Status and Ethnic Identity. A Study on First- and Second-Generation Migrants in Germany

Cover image: “The Pursuit of Happiness” by Segun Aiyesan


The interplay of migrants’ minority and majority identity is an important indicator for social climate, interethnic dialogue and migrant well-being. However, ethnic identity is often studied one-dimensionally, either focussing on minority or majority identity. Migrants’ social status takes a crucial role in conveying such a one-dimensional perspective. Status is often expected to promote mutual exclusiveness of identities, i.e. relating negatively to minority identity and positively to majority identity. But empirical evidence suggests that across and within migrant generations, the relationship between status and ethnic identity is more complex.
This book explores possible conditions that contribute to this increased complexity. It takes a bidimensional and intergenerational perspective on ethnic identity, aiming to improve our understanding of how it relates to status. Starting from a general theoretical model, status and ethnic identity are studied with respect to migrant visibility, status mismatch and exposure time.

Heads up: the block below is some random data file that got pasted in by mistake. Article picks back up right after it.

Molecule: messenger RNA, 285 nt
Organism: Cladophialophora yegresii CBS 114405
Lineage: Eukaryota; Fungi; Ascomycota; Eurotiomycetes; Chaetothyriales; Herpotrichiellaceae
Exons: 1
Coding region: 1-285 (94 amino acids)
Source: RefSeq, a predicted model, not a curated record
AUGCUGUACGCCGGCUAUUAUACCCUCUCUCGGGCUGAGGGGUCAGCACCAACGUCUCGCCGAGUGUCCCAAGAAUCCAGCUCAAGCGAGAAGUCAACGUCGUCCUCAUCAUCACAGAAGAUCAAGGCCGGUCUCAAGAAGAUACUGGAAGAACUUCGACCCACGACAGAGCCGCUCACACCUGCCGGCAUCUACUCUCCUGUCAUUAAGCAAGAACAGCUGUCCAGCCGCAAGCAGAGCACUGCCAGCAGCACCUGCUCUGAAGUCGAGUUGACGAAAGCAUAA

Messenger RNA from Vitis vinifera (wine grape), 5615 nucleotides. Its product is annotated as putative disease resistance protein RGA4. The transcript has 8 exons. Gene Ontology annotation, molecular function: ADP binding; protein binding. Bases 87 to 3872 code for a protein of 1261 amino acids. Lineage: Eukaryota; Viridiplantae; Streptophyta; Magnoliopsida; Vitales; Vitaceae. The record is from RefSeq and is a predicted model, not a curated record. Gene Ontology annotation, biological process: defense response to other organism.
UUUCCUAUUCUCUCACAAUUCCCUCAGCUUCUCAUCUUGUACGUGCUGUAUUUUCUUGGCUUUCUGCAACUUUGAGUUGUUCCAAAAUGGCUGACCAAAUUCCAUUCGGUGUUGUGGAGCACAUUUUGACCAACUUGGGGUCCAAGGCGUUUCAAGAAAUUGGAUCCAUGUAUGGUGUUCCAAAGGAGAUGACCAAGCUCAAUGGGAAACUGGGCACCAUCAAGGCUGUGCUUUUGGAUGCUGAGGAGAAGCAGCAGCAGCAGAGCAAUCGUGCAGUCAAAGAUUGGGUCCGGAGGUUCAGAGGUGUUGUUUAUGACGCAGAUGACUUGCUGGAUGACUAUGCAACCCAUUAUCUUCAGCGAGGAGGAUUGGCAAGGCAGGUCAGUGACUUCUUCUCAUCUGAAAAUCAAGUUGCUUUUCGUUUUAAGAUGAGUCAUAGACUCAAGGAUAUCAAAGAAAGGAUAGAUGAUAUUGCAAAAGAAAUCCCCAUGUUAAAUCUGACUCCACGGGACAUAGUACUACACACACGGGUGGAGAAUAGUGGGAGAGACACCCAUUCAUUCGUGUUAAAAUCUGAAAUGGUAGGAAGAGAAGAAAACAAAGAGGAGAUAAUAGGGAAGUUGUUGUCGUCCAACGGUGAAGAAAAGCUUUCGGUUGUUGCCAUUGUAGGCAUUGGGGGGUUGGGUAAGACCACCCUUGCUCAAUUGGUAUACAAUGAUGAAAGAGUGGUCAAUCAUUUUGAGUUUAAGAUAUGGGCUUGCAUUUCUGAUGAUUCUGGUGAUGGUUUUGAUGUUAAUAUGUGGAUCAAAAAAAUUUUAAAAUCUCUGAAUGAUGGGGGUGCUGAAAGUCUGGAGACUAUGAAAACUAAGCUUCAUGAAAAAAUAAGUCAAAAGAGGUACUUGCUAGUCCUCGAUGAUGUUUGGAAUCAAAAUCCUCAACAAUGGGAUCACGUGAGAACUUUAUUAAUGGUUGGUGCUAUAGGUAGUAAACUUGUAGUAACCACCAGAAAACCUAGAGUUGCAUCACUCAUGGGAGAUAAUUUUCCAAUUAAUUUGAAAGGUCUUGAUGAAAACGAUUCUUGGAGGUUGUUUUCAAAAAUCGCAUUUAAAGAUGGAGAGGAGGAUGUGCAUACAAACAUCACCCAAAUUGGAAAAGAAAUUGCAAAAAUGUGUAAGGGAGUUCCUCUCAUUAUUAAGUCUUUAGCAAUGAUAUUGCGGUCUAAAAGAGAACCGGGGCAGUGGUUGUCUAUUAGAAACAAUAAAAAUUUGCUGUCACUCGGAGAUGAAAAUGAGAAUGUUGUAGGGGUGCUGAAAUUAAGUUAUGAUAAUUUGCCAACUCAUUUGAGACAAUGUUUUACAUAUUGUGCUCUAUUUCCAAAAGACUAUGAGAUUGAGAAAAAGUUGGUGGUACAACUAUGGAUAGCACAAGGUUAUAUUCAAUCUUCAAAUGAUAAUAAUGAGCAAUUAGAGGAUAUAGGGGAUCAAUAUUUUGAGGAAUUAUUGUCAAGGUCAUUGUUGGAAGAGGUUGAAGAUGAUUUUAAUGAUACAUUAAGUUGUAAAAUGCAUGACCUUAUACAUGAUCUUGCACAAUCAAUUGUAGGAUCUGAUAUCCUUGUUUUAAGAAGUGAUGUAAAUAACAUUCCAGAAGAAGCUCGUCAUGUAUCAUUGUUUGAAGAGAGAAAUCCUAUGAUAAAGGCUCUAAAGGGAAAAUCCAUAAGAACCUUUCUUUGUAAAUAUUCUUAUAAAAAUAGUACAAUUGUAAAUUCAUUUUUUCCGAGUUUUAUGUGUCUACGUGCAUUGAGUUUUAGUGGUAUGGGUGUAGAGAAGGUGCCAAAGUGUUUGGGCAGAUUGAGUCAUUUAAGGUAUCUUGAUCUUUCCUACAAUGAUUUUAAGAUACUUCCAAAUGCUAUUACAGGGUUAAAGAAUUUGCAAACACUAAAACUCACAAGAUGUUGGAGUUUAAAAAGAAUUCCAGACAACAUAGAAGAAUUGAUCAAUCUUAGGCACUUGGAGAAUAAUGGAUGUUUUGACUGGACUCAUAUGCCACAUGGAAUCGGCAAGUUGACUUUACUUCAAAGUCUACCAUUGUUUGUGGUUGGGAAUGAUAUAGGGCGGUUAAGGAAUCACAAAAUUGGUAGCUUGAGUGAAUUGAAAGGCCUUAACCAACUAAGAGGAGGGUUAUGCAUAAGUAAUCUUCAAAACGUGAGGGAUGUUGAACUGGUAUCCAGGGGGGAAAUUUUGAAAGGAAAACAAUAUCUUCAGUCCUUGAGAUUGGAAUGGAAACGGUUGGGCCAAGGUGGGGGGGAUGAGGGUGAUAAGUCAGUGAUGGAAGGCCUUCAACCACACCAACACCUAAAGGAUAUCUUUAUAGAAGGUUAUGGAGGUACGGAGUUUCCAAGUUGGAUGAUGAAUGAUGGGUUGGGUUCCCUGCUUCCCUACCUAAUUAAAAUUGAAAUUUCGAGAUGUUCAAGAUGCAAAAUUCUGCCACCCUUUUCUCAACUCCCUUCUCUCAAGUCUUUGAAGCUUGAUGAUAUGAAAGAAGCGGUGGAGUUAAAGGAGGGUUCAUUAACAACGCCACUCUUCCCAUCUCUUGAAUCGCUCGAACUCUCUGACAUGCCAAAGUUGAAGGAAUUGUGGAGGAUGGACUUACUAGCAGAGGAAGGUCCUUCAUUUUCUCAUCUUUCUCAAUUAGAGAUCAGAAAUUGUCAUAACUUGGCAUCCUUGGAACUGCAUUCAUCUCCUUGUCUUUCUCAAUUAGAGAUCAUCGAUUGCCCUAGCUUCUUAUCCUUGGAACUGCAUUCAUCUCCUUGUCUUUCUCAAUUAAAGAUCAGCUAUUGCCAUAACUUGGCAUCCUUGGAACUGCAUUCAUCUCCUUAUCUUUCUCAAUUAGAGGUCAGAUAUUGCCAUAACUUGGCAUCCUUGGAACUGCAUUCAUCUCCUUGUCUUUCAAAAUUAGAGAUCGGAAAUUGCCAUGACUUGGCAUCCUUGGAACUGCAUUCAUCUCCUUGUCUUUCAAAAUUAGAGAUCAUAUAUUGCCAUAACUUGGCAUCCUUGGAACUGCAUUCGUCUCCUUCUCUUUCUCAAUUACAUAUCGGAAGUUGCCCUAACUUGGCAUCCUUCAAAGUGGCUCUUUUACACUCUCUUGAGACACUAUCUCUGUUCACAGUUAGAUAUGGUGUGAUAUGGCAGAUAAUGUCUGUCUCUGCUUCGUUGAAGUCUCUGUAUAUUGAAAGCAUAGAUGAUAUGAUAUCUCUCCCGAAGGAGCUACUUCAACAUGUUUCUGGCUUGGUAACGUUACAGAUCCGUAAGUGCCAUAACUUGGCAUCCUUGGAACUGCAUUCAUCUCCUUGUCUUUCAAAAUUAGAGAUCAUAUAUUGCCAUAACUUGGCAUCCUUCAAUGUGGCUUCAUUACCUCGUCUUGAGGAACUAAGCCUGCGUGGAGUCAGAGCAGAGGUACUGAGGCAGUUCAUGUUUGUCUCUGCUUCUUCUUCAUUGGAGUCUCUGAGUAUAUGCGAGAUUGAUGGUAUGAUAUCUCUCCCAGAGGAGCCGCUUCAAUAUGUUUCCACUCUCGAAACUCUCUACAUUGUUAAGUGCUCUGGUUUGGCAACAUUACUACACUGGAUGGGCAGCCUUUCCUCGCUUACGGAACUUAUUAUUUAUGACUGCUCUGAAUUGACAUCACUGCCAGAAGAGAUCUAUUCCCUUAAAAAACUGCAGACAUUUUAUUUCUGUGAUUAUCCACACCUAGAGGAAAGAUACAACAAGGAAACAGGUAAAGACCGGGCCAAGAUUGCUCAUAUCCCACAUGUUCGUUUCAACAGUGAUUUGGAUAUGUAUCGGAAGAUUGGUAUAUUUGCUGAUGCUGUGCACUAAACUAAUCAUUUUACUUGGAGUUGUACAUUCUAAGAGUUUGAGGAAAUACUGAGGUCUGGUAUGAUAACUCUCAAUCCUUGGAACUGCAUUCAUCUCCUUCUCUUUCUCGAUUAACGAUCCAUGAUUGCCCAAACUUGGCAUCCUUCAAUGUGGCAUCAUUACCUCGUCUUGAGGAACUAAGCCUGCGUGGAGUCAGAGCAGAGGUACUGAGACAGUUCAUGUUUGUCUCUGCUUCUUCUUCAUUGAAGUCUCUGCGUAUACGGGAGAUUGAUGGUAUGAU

Analysing German survey data of 25 to 65 year old first- and second-generation migrants (N = 2,094), the book reveals that status is not necessarily associated with assimilated identity but positively related to majority identity in both generations. The findings further indicate support for the so-called “Integration Paradox.” High-status migrants whose migration background is more visible and migrants with high education and comparably low job positions (status mismatch) show weaker majority identity than non-mismatched and less visible high-status migrants. Also, visible high-status and mismatched-status migrants show weaker minority identity. Compared to status, however, the duration of living in the receiving society is more important for ethnic identity.
Overall, the results indicate an assimilation trend that tends to be faster for higher-status migrants in the first, but not the second generation. Nevertheless, there are signs of longer-term status effects, particularly regarding migrants with comparably weak ethnic identity. Importantly, this migrant group distributes across status levels, encouraging further research.

Verlag Barbara Budrich
Suggested Citation: Genoni, A. (2022). Status and Ethnic Identity. A Study on First- and Second-Generation Migrants in Germany. Verlag Barbara Budrich.